Elkner calls himself a "cheerleader" for Free Software. "I'm a bit more flexible than RMS when it comes to tactics, but I fully share his goals. Software is the expression of thought. I'm a teacher. Does proprietary mathematics have a place? What would it do to the development of mathematics if mathematicians could not share their ideas? The idea seems ridiculous. I feel the same way about software. I know from practice how free software breaks down boundaries and contributes to human development. It enables my students to learn the craft of software development by working side by side with professional programmers developing applications that really matter."
As far as his contributions to the community, Elkner tries to be flexible and available. "I try to do whatever needs to be done to promote software freedom, so I end up being a facilitator, project coordinator, advocate, mentor, or whatever else is required."
As Elkner has spent time trying to educate both his students and the system about Free Sofware, his biggest challenge has been finding acceptance in that system, moving from "being tolerated to being embraced," he says. "Arlington Public Schools is a great place to work. I've been a troublemaker since the beginning, but APS seems to always reward me for causing trouble. At first, though, I was definitely an outside dude doing my own backyard project with Free Software. They let me do what I wanted but did not actively support my efforts.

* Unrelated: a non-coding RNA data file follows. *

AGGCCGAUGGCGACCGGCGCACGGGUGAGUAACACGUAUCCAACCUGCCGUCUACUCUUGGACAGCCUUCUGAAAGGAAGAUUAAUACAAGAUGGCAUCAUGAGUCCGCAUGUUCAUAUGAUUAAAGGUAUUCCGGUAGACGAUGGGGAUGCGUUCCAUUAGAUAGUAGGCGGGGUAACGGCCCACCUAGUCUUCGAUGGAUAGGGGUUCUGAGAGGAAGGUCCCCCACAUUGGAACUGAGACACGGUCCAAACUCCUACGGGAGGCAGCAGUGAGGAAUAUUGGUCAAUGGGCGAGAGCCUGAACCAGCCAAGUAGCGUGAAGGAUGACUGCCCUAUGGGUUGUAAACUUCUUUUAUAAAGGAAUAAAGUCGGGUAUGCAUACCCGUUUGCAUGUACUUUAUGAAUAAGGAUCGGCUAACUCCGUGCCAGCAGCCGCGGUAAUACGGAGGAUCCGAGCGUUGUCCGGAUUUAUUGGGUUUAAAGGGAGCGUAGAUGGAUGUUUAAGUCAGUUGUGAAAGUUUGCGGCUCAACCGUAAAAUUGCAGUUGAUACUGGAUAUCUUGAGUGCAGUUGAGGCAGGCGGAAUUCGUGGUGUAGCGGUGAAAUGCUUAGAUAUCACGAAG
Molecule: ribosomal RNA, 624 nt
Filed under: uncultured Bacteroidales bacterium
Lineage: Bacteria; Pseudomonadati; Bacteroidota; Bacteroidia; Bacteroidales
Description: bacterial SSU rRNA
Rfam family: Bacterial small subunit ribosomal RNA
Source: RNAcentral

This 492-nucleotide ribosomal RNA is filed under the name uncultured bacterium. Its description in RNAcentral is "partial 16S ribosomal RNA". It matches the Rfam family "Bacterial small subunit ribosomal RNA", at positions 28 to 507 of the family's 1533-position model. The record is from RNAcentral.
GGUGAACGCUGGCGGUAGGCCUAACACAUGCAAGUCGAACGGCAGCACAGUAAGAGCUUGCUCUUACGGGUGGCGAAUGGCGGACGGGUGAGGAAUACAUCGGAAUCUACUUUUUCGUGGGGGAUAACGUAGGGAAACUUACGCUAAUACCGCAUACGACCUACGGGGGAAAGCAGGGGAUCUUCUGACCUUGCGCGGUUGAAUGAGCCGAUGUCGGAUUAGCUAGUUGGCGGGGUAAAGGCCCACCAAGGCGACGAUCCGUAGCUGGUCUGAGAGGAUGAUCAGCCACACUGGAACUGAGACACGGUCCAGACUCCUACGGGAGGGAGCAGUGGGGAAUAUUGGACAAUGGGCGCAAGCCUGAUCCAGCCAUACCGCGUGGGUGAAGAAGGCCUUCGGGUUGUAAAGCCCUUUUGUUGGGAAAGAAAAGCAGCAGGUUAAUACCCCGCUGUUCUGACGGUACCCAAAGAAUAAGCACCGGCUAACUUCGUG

"A decade later, with a pretty good track record to show for my efforts, the situation has totally changed. For the last four years several of my students have been working on a competency tracking component for SchoolTool. We have received tremendous support for this project from both APS and the Virginia State Department of Ed., and we have succeeded to the point where a statewide pilot is planned for the coming school year. The original student developer is now working for a startup company in California using what he learned from working on SchoolTool."
Elkner says Free Software has benefitted him personally as well as professionally. "It has enabled me to be a more effective teacher, making my job more rewarding and my life happier. I also have the deep personal satisfaction that I am trying to be a good neighbor and am in some small way making the world a little better than I found it."
Our Portraits series seeks to profile individuals who are doing interesting things with free and open source software. If you know of someone you'd like to read about, please let us know.